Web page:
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Big East, MWC, C-USA considering super conference?

Posted by Mark Blaudschun, Globe Staff  October 22, 2011 12:41 AM

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While the Big East considers its next move on expansion, it is now being asked to consider a plan that would create a nation-wide football conference incorporating between 28 and 32 teams in four divisions from Conference USA, the Mountain West Conference as well as the Big East.

According to sources from those conferences, the plan was devised as a way that the Big East could ensure its place as one of the six conferences receiving automatic BCS bids.

The document, which was obtained by The Globe, reveals an alternative plan which would help the Big East maintain its AQ status -- automatic qualification -- but also provide access to the Mountain West and Conference USA, who hope to gain such status.

Under the plan, Super Conference would consist of four divisions: West, Mountain, Central and the Big East.

In the 32-team format, the West Division would consist of Boise State, Hawaii, UNLV, Nevada, Fresno State, San Diego State, Utah State and San Jose State.

The Mountain Division would consist of Air Force, Wyoming, Colorado State, New Mexico, UTEP, SMU, Tulsa and Houston.

The Central Division would consist of Marshall, Memphis, Southern Mississippi, Tulane, UAB, Rice, Temple and Louisiana Tech.

And the Big East Division would consist of Louisville, UConn, Rutgers, Cincinnati, South Florida, Central Florida, East Carolina and Navy. West Virginia is not included in this plan, with the assumption being the Mountaineers would be headed to the Big 12 to replace Missouri which will presumably wind up in the SEC along with Texas A&M.

The scaled down version of 28 teams would not include San Jose State in the West, move Houston from the Mountain to the Central Division, eliminate Temple and Louisiana Tech from the Central Division and not include Navy in the Big East division.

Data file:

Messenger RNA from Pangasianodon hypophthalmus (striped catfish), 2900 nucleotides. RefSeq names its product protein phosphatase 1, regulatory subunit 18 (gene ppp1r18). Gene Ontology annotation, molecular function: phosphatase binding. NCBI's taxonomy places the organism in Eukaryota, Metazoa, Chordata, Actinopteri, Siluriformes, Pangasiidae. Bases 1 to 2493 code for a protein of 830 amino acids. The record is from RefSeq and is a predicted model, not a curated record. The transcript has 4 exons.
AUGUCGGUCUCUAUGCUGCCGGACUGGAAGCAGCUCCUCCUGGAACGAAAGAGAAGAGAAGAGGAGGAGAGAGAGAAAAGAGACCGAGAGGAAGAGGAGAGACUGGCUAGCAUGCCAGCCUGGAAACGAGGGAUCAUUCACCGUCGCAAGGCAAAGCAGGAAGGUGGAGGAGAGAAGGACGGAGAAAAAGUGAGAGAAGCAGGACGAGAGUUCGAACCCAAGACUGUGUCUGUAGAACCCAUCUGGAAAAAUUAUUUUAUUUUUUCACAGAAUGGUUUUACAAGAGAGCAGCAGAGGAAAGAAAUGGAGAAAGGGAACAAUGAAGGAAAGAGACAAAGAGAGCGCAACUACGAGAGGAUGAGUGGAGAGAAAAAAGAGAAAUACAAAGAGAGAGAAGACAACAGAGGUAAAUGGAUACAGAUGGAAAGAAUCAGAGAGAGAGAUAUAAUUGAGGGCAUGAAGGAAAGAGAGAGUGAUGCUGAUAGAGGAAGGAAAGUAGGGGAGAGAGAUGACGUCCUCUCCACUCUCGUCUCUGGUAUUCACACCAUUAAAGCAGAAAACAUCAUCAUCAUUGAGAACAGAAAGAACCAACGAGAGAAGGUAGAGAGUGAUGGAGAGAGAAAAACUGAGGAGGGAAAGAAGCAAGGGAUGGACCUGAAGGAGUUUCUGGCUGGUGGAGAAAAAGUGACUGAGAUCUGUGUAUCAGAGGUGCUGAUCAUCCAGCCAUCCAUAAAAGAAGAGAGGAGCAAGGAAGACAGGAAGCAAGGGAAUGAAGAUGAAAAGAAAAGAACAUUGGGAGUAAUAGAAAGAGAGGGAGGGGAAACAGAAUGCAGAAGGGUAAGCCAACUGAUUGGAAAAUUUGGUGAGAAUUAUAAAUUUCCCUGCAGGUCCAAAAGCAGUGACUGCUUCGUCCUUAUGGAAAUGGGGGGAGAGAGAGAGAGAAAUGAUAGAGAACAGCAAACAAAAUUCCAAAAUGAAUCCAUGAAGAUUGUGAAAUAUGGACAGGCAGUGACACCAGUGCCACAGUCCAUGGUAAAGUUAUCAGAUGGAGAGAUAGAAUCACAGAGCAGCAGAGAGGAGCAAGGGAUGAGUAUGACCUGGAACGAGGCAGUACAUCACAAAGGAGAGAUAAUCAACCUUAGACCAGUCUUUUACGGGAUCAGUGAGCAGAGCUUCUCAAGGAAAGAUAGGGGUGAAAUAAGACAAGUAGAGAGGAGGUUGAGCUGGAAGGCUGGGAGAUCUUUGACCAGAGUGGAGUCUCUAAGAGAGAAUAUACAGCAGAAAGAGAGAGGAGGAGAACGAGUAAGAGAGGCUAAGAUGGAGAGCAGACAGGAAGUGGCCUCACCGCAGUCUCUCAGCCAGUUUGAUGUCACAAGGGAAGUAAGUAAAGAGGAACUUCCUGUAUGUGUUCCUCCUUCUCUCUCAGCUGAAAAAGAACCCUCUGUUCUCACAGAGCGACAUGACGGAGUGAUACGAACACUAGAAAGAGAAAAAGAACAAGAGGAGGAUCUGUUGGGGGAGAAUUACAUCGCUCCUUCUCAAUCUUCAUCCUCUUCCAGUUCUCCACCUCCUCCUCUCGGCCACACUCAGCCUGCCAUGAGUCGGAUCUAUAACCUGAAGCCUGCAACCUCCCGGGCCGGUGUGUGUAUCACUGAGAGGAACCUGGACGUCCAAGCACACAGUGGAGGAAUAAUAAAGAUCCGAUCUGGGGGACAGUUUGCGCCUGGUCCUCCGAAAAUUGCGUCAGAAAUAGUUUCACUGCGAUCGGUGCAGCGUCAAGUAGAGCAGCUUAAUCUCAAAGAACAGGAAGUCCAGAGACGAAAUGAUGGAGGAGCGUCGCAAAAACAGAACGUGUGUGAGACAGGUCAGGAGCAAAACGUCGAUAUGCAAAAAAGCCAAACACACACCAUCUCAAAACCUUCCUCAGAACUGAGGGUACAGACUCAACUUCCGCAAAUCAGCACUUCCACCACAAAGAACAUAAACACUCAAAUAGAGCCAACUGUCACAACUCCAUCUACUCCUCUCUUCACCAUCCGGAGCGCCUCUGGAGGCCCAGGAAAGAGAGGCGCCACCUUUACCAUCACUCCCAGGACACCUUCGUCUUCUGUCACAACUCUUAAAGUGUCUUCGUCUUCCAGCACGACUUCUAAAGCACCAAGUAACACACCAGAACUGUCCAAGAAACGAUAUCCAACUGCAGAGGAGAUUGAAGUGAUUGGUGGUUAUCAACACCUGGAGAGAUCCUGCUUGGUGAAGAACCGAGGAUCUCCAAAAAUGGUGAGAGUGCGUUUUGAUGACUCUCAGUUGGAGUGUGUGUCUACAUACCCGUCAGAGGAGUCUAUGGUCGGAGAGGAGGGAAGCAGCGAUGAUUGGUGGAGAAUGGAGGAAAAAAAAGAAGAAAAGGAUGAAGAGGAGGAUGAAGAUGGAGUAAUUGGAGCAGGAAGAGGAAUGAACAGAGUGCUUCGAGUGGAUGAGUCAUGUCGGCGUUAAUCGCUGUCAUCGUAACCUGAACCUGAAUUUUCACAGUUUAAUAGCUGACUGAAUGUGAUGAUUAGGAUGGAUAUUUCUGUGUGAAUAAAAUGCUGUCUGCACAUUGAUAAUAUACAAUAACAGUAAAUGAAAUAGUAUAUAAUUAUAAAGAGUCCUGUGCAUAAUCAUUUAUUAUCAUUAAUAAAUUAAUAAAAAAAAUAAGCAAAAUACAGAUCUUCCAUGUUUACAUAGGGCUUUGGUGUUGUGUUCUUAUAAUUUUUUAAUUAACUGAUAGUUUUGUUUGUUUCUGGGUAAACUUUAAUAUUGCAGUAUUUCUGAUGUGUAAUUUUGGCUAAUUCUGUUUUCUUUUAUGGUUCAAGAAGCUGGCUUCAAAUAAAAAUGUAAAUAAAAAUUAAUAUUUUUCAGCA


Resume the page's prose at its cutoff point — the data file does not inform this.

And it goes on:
Although no details of how the divisions would be worked out, the prevailing wisdom suggests that the four divisions play a round robin schedule of 7 games to determine a champion and then have the four division winners meet to determine a conference champion which would get the automatic BCS spot currently held by the Big East.

While the Big East optimum plan is to make a run on its own with the inclusion of six new schools - -Boise State, Air Force, SMU, Houston, Central Florida and Navy -- the problem of the Big East maintaining its AQ status remains.

West Virginia's loss to Syracuse on Friday night basically eliminated the Big East from the Top 25 in next week's BCS standings, a potentially crippling blow to the Big East's chances of maintaining its AQ status (which is based on the results over a revolving three year period).

The plan is for football only and would allow the Big East to maintain its membership in basketball and all other sports.

Clearly, the Mountain West and Conference USA would love the plan because it elevates their status as potential BCS conferences. The Big East's acceptance of such an arrangement remains problematic.

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